Many new lenses with revolutionary, modern lens designs appear—and with clearly higher image quality, as it appears from our tests. There are so many great lenses coming out that we unfortunately have to make choices about what we will and will not review. But what do you do when so many requests keep coming in from readers for a review of a lens from 2009? Do you keep trying to keep up with the current releases? Then you know for sure that you will never succeed. Or do you take your readers seriously? We chose the latter. All those requests made us curious as well. How good is the Panasonic 45 mm f/2.8 Leica macro Elmarit? Can this PanaLeica handle all the new lenses? Is this high-end macro still worth its price?
PanaLeica 45 mm f/2.8 Elmarit: Macro Fun!
A Panasonic 45 mm macro lens gives you another view of the world: These are rising bubbles in my glass of tonic, taken with a too-long shutter time. (edited RAW shot, by hand, f/2.8, 1/8 sec).
Build and auto focus
The field of view of this macro lens corresponds with the field of view of a 90 mm macro lens on a camera with a full-frame sensor. This somewhat longer focal length is nice when you are trying to photograph insects. With a shorter focal length, you get so close to the subject that the risk is great that you will chase away an insect when you want to take a picture. Just like a macro lens for a full-format camera, the Panasonic 45 mm macro has a 1:1 magnification. That is to say: the subject will be shown on the sensor at the same size as in real life. If you take the crop factor into account, then the magnification is even 2:1. Bright macro lenses are usually relatively big and heavy, if you're used to an SLR camera. With a 46 mm filter diameter, a length of under 6.5 cm and a weight of 225 grams, the Panasonic 45 mm f/2.9 Leica is amazingly compact and light. The optical design consists of 14 elements, including 1 extra-dispersion element and 1 aspherical lens, in 10 groups. The build quality is very good, although I feel that it's a bit lower level than the two most recent PanaLeicas (Panasonic Leica 25 mm and Panasonic Leica 42.5 mm). On this lens, there are two switches: a switch for the built-in image stabilization (Mega OIS on/off) and a focus limiter (Full/limit). By disabling the macro range when using the 45 mm Panasonic Leica Macro, the focal arc is much smaller and the AF is therefore faster. Without the limiter, the AF works well, but it is a bit less fast than the AF of the most modern micro-43 lenses.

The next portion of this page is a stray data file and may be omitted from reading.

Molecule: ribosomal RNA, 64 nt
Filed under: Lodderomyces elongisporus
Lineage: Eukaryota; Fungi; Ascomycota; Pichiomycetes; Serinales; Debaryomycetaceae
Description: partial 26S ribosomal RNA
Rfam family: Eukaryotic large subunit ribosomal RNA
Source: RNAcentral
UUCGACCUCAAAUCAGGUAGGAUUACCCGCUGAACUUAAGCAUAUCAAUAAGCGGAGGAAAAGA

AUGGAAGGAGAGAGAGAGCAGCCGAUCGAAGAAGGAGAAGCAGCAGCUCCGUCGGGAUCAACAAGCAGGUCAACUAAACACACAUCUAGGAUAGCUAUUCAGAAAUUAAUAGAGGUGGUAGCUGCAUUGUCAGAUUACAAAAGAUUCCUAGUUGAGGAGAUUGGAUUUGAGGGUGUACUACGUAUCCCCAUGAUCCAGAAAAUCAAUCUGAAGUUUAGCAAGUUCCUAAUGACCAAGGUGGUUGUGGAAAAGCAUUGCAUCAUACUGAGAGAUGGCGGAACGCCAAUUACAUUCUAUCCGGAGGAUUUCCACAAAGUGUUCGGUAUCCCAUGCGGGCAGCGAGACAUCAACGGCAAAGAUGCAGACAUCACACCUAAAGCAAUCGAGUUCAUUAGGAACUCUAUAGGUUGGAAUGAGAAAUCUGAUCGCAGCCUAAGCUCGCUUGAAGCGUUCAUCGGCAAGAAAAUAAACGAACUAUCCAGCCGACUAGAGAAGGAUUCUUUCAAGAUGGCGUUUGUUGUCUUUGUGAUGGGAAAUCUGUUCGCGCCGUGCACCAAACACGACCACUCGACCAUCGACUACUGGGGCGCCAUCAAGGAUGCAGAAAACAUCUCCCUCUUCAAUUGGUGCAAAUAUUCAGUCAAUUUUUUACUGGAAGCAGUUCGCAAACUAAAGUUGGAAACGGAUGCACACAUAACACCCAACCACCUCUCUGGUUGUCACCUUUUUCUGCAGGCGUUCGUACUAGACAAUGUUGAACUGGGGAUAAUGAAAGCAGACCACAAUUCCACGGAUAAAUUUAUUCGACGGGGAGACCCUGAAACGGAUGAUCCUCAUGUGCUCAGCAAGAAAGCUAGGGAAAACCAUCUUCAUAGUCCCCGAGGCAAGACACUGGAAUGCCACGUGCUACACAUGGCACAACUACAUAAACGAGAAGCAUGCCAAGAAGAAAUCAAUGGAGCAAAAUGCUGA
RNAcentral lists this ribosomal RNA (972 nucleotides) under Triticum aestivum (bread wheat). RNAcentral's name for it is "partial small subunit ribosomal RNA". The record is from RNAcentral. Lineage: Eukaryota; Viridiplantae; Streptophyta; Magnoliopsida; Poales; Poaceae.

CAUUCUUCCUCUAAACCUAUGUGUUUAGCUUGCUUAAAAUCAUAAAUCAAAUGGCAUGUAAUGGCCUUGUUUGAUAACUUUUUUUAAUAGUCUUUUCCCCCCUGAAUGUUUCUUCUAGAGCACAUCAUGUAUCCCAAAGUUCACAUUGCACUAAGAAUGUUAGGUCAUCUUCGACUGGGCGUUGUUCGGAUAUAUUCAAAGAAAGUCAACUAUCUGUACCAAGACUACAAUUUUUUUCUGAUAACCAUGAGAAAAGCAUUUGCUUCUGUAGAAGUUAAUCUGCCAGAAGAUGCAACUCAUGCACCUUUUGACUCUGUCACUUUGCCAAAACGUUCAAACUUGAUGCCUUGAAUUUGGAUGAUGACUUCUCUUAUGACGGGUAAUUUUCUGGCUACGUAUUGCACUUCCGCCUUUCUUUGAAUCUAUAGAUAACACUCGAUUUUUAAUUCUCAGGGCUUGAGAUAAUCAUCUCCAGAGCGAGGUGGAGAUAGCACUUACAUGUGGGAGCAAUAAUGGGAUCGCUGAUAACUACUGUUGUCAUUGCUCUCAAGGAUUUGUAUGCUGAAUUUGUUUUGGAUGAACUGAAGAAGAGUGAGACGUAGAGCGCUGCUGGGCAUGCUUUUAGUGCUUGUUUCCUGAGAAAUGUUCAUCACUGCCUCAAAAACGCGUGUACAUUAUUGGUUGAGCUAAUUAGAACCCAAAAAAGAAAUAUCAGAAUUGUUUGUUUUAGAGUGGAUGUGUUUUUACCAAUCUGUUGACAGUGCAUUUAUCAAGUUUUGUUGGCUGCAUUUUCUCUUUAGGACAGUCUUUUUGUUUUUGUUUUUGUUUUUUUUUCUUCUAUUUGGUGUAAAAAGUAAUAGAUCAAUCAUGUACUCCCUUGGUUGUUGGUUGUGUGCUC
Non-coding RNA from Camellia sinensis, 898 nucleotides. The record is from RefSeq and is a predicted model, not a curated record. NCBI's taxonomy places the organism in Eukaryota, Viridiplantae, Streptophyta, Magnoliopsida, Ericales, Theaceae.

On our test camera (Olympus Om-D E-M1), there was no correction of vignetting. The RAW and jpg files showed pricely the same image: 1.5 stops of vignetting is clearly visible at full aperture. That sounds more like a (good) lens for an SLR camera with a full-frame sensor than a micro-43 lens. But at f/4, the vignetting decreases to a bit more than half a stop. Because with macro photography you usually stop down so that you get more focal depth, the vignetting will usually not be a problem at full aperture. If you take shots at full aperture—and the vignetting is disturbingly present—then that is simple to correct with software.